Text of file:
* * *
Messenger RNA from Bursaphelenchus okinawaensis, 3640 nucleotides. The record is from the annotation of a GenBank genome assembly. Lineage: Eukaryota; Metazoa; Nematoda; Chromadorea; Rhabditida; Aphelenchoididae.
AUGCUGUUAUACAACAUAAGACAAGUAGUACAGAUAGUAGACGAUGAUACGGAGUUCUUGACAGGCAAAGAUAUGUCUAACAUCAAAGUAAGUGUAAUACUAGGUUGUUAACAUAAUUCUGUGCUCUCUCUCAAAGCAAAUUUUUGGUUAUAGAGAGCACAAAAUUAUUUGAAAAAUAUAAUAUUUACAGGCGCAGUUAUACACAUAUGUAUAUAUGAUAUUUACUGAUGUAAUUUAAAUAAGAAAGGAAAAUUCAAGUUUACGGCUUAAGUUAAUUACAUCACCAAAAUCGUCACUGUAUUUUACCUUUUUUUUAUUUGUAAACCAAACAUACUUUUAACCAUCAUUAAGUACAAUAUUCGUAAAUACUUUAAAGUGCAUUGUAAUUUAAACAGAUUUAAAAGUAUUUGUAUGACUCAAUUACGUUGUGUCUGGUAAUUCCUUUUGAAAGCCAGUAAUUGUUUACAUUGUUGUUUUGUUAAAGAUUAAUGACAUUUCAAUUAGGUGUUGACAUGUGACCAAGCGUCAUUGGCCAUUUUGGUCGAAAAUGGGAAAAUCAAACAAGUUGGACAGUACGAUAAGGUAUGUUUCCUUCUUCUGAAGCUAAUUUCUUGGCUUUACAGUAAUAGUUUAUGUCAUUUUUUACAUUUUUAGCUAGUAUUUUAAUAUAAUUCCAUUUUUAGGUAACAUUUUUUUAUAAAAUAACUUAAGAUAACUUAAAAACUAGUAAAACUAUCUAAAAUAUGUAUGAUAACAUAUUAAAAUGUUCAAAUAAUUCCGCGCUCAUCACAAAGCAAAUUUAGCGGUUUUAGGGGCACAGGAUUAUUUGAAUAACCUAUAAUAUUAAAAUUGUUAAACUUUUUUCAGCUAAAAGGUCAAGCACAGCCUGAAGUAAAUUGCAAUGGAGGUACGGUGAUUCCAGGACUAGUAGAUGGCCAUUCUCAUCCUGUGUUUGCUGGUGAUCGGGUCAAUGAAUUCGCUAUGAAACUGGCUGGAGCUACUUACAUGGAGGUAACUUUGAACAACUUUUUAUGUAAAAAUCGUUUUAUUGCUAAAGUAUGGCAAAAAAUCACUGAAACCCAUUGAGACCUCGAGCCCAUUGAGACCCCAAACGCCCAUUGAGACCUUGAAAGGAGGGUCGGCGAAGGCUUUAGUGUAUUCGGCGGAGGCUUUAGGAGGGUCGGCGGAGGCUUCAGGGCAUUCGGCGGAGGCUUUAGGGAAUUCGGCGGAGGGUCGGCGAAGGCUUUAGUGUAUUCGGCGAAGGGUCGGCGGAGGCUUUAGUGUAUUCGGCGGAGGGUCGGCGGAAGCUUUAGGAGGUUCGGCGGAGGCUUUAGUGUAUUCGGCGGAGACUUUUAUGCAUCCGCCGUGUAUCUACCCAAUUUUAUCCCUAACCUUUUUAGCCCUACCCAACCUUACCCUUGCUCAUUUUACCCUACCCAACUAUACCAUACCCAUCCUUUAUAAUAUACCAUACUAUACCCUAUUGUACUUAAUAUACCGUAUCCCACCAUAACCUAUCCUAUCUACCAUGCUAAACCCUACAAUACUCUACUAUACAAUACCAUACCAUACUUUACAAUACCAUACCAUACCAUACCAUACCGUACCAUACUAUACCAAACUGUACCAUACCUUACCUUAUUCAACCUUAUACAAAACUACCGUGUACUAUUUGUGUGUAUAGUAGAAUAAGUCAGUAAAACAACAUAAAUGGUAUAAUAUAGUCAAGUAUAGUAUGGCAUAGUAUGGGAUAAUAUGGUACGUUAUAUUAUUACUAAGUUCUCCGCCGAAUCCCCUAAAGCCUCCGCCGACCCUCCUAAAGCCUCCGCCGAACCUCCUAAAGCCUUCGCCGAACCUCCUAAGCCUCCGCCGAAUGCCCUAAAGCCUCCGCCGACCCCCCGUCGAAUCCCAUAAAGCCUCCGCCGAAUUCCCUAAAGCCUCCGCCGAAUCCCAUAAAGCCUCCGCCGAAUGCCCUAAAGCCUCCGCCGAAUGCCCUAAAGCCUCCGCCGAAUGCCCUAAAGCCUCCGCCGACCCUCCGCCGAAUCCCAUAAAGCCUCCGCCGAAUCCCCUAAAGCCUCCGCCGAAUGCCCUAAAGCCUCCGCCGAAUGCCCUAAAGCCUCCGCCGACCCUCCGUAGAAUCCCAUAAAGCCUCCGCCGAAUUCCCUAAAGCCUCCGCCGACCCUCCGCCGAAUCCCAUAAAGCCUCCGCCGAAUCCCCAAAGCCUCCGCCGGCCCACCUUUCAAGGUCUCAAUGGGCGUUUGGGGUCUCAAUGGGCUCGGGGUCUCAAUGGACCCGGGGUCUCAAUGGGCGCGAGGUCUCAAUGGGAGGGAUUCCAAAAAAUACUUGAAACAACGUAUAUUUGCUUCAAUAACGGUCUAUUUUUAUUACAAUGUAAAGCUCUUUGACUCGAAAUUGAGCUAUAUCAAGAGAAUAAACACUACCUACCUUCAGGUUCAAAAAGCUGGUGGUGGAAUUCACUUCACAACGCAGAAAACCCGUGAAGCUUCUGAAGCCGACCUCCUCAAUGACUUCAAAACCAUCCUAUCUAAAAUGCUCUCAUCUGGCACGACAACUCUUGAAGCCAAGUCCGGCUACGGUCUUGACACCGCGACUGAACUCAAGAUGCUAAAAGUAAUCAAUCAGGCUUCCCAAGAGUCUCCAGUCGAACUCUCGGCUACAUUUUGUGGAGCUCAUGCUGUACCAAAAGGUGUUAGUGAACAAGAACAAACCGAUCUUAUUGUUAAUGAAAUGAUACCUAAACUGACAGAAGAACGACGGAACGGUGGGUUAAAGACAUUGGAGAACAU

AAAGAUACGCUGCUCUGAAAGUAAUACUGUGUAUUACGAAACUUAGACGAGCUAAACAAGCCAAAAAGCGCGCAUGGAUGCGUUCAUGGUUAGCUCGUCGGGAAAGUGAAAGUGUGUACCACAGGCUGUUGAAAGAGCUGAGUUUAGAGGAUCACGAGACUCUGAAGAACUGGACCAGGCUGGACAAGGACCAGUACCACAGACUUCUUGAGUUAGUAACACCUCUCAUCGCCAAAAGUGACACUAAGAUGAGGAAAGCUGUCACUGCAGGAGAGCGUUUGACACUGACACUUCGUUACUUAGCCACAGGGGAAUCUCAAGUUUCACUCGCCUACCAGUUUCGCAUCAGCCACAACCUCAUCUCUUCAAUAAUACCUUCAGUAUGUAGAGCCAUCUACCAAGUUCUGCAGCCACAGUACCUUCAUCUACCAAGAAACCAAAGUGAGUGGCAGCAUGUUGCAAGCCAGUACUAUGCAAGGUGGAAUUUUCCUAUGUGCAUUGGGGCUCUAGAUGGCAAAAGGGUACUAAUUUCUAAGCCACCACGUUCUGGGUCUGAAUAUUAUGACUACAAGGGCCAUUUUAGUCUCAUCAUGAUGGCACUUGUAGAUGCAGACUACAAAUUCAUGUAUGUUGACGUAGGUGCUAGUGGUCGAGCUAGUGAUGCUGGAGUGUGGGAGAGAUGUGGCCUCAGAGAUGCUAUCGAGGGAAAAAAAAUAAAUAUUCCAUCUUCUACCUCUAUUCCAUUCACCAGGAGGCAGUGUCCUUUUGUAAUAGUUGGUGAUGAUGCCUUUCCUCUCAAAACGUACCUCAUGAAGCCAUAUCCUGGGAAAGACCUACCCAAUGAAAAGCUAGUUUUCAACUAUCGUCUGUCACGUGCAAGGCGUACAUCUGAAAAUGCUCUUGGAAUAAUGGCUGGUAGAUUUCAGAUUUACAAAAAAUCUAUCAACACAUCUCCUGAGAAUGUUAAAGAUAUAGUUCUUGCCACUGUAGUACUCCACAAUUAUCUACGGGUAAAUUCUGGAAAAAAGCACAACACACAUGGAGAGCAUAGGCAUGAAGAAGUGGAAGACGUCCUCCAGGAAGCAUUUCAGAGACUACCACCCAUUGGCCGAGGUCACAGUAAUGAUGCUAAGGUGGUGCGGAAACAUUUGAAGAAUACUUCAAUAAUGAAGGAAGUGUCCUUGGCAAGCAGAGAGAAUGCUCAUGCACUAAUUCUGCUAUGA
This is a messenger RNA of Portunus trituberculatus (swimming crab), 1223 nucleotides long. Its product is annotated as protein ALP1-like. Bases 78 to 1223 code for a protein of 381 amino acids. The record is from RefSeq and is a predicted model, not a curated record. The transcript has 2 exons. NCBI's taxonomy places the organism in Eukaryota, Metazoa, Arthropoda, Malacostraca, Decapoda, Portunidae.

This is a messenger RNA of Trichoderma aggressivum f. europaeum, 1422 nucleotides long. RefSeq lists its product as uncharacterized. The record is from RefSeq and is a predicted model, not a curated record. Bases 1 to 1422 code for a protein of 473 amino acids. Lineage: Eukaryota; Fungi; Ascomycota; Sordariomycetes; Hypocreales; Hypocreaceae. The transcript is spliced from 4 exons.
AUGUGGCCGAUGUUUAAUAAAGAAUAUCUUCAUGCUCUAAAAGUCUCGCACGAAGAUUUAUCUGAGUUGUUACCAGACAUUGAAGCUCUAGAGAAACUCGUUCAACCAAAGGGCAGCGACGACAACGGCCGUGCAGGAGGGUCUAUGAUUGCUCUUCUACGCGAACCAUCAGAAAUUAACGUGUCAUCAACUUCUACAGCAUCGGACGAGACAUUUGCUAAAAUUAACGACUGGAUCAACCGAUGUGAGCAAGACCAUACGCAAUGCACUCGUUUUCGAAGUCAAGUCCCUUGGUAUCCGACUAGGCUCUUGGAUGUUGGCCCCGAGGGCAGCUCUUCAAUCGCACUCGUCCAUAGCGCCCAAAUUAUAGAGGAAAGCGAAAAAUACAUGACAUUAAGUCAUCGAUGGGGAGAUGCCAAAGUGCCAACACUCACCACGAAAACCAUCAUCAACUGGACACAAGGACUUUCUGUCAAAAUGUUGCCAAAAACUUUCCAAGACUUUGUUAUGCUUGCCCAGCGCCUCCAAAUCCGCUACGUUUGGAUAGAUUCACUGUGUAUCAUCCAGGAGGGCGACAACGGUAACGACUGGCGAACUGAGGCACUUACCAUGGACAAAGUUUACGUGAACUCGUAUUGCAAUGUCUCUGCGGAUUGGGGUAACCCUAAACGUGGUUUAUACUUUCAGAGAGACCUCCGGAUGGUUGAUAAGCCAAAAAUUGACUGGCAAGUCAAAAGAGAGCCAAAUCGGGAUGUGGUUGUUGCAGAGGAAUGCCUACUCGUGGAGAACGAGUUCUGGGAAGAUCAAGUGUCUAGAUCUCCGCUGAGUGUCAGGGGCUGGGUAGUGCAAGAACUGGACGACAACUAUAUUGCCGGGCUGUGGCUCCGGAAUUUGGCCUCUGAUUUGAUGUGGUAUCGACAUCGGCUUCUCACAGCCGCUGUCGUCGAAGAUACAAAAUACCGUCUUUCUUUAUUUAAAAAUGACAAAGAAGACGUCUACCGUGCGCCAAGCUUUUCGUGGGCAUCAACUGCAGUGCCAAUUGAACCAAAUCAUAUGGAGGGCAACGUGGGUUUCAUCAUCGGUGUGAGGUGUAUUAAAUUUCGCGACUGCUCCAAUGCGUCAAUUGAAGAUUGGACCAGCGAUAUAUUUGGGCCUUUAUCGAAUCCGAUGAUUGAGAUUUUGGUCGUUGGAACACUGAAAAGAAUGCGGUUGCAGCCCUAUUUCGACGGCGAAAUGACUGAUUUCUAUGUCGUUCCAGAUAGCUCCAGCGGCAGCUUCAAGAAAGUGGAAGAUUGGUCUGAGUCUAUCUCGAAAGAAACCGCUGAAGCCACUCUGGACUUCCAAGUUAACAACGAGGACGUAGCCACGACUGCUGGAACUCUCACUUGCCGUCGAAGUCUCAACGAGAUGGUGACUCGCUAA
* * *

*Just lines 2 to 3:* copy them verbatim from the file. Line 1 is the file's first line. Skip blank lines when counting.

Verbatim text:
AUGCUGUUAUACAACAUAAGACAAGUAGUACAGAUAGUAGACGAUGAUACGGAGUUCUUGACAGGCAAAGAUAUGUCUAACAUCAAAGUAAGUGUAAUACUAGGUUGUUAACAUAAUUCUGUGCUCUCUCUCAAAGCAAAUUUUUGGUUAUAGAGAGCACAAAAUUAUUUGAAAAAUAUAAUAUUUACAGGCGCAGUUAUACACAUAUGUAUAUAUGAUAUUUACUGAUGUAAUUUAAAUAAGAAAGGAAAAUUCAAGUUUACGGCUUAAGUUAAUUACAUCACCAAAAUCGUCACUGUAUUUUACCUUUUUUUUAUUUGUAAACCAAACAUACUUUUAACCAUCAUUAAGUACAAUAUUCGUAAAUACUUUAAAGUGCAUUGUAAUUUAAACAGAUUUAAAAGUAUUUGUAUGACUCAAUUACGUUGUGUCUGGUAAUUCCUUUUGAAAGCCAGUAAUUGUUUACAUUGUUGUUUUGUUAAAGAUUAAUGACAUUUCAAUUAGGUGUUGACAUGUGACCAAGCGUCAUUGGCCAUUUUGGUCGAAAAUGGGAAAAUCAAACAAGUUGGACAGUACGAUAAGGUAUGUUUCCUUCUUCUGAAGCUAAUUUCUUGGCUUUACAGUAAUAGUUUAUGUCAUUUUUUACAUUUUUAGCUAGUAUUUUAAUAUAAUUCCAUUUUUAGGUAACAUUUUUUUAUAAAAUAACUUAAGAUAACUUAAAAACUAGUAAAACUAUCUAAAAUAUGUAUGAUAACAUAUUAAAAUGUUCAAAUAAUUCCGCGCUCAUCACAAAGCAAAUUUAGCGGUUUUAGGGGCACAGGAUUAUUUGAAUAACCUAUAAUAUUAAAAUUGUUAAACUUUUUUCAGCUAAAAGGUCAAGCACAGCCUGAAGUAAAUUGCAAUGGAGGUACGGUGAUUCCAGGACUAGUAGAUGGCCAUUCUCAUCCUGUGUUUGCUGGUGAUCGGGUCAAUGAAUUCGCUAUGAAACUGGCUGGAGCUACUUACAUGGAGGUAACUUUGAACAACUUUUUAUGUAAAAAUCGUUUUAUUGCUAAAGUAUGGCAAAAAAUCACUGAAACCCAUUGAGACCUCGAGCCCAUUGAGACCCCAAACGCCCAUUGAGACCUUGAAAGGAGGGUCGGCGAAGGCUUUAGUGUAUUCGGCGGAGGCUUUAGGAGGGUCGGCGGAGGCUUCAGGGCAUUCGGCGGAGGCUUUAGGGAAUUCGGCGGAGGGUCGGCGAAGGCUUUAGUGUAUUCGGCGAAGGGUCGGCGGAGGCUUUAGUGUAUUCGGCGGAGGGUCGGCGGAAGCUUUAGGAGGUUCGGCGGAGGCUUUAGUGUAUUCGGCGGAGACUUUUAUGCAUCCGCCGUGUAUCUACCCAAUUUUAUCCCUAACCUUUUUAGCCCUACCCAACCUUACCCUUGCUCAUUUUACCCUACCCAACUAUACCAUACCCAUCCUUUAUAAUAUACCAUACUAUACCCUAUUGUACUUAAUAUACCGUAUCCCACCAUAACCUAUCCUAUCUACCAUGCUAAACCCUACAAUACUCUACUAUACAAUACCAUACCAUACUUUACAAUACCAUACCAUACCAUACCAUACCGUACCAUACUAUACCAAACUGUACCAUACCUUACCUUAUUCAACCUUAUACAAAACUACCGUGUACUAUUUGUGUGUAUAGUAGAAUAAGUCAGUAAAACAACAUAAAUGGUAUAAUAUAGUCAAGUAUAGUAUGGCAUAGUAUGGGAUAAUAUGGUACGUUAUAUUAUUACUAAGUUCUCCGCCGAAUCCCCUAAAGCCUCCGCCGACCCUCCUAAAGCCUCCGCCGAACCUCCUAAAGCCUUCGCCGAACCUCCUAAGCCUCCGCCGAAUGCCCUAAAGCCUCCGCCGACCCCCCGUCGAAUCCCAUAAAGCCUCCGCCGAAUUCCCUAAAGCCUCCGCCGAAUCCCAUAAAGCCUCCGCCGAAUGCCCUAAAGCCUCCGCCGAAUGCCCUAAAGCCUCCGCCGAAUGCCCUAAAGCCUCCGCCGACCCUCCGCCGAAUCCCAUAAAGCCUCCGCCGAAUCCCCUAAAGCCUCCGCCGAAUGCCCUAAAGCCUCCGCCGAAUGCCCUAAAGCCUCCGCCGACCCUCCGUAGAAUCCCAUAAAGCCUCCGCCGAAUUCCCUAAAGCCUCCGCCGACCCUCCGCCGAAUCCCAUAAAGCCUCCGCCGAAUCCCCAAAGCCUCCGCCGGCCCACCUUUCAAGGUCUCAAUGGGCGUUUGGGGUCUCAAUGGGCUCGGGGUCUCAAUGGACCCGGGGUCUCAAUGGGCGCGAGGUCUCAAUGGGAGGGAUUCCAAAAAAUACUUGAAACAACGUAUAUUUGCUUCAAUAACGGUCUAUUUUUAUUACAAUGUAAAGCUCUUUGACUCGAAAUUGAGCUAUAUCAAGAGAAUAAACACUACCUACCUUCAGGUUCAAAAAGCUGGUGGUGGAAUUCACUUCACAACGCAGAAAACCCGUGAAGCUUCUGAAGCCGACCUCCUCAAUGACUUCAAAACCAUCCUAUCUAAAAUGCUCUCAUCUGGCACGACAACUCUUGAAGCCAAGUCCGGCUACGGUCUUGACACCGCGACUGAACUCAAGAUGCUAAAAGUAAUCAAUCAGGCUUCCCAAGAGUCUCCAGUCGAACUCUCGGCUACAUUUUGUGGAGCUCAUGCUGUACCAAAAGGUGUUAGUGAACAAGAACAAACCGAUCUUAUUGUUAAUGAAAUGAUACCUAAACUGACAGAAGAACGACGGAACGGUGGGUUAAAGACAUUGGAGAACAU

AAAGAUACGCUGCUCUGAAAGUAAUACUGUGUAUUACGAAACUUAGACGAGCUAAACAAGCCAAAAAGCGCGCAUGGAUGCGUUCAUGGUUAGCUCGUCGGGAAAGUGAAAGUGUGUACCACAGGCUGUUGAAAGAGCUGAGUUUAGAGGAUCACGAGACUCUGAAGAACUGGACCAGGCUGGACAAGGACCAGUACCACAGACUUCUUGAGUUAGUAACACCUCUCAUCGCCAAAAGUGACACUAAGAUGAGGAAAGCUGUCACUGCAGGAGAGCGUUUGACACUGACACUUCGUUACUUAGCCACAGGGGAAUCUCAAGUUUCACUCGCCUACCAGUUUCGCAUCAGCCACAACCUCAUCUCUUCAAUAAUACCUUCAGUAUGUAGAGCCAUCUACCAAGUUCUGCAGCCACAGUACCUUCAUCUACCAAGAAACCAAAGUGAGUGGCAGCAUGUUGCAAGCCAGUACUAUGCAAGGUGGAAUUUUCCUAUGUGCAUUGGGGCUCUAGAUGGCAAAAGGGUACUAAUUUCUAAGCCACCACGUUCUGGGUCUGAAUAUUAUGACUACAAGGGCCAUUUUAGUCUCAUCAUGAUGGCACUUGUAGAUGCAGACUACAAAUUCAUGUAUGUUGACGUAGGUGCUAGUGGUCGAGCUAGUGAUGCUGGAGUGUGGGAGAGAUGUGGCCUCAGAGAUGCUAUCGAGGGAAAAAAAAUAAAUAUUCCAUCUUCUACCUCUAUUCCAUUCACCAGGAGGCAGUGUCCUUUUGUAAUAGUUGGUGAUGAUGCCUUUCCUCUCAAAACGUACCUCAUGAAGCCAUAUCCUGGGAAAGACCUACCCAAUGAAAAGCUAGUUUUCAACUAUCGUCUGUCACGUGCAAGGCGUACAUCUGAAAAUGCUCUUGGAAUAAUGGCUGGUAGAUUUCAGAUUUACAAAAAAUCUAUCAACACAUCUCCUGAGAAUGUUAAAGAUAUAGUUCUUGCCACUGUAGUACUCCACAAUUAUCUACGGGUAAAUUCUGGAAAAAAGCACAACACACAUGGAGAGCAUAGGCAUGAAGAAGUGGAAGACGUCCUCCAGGAAGCAUUUCAGAGACUACCACCCAUUGGCCGAGGUCACAGUAAUGAUGCUAAGGUGGUGCGGAAACAUUUGAAGAAUACUUCAAUAAUGAAGGAAGUGUCCUUGGCAAGCAGAGAGAAUGCUCAUGCACUAAUUCUGCUAUGA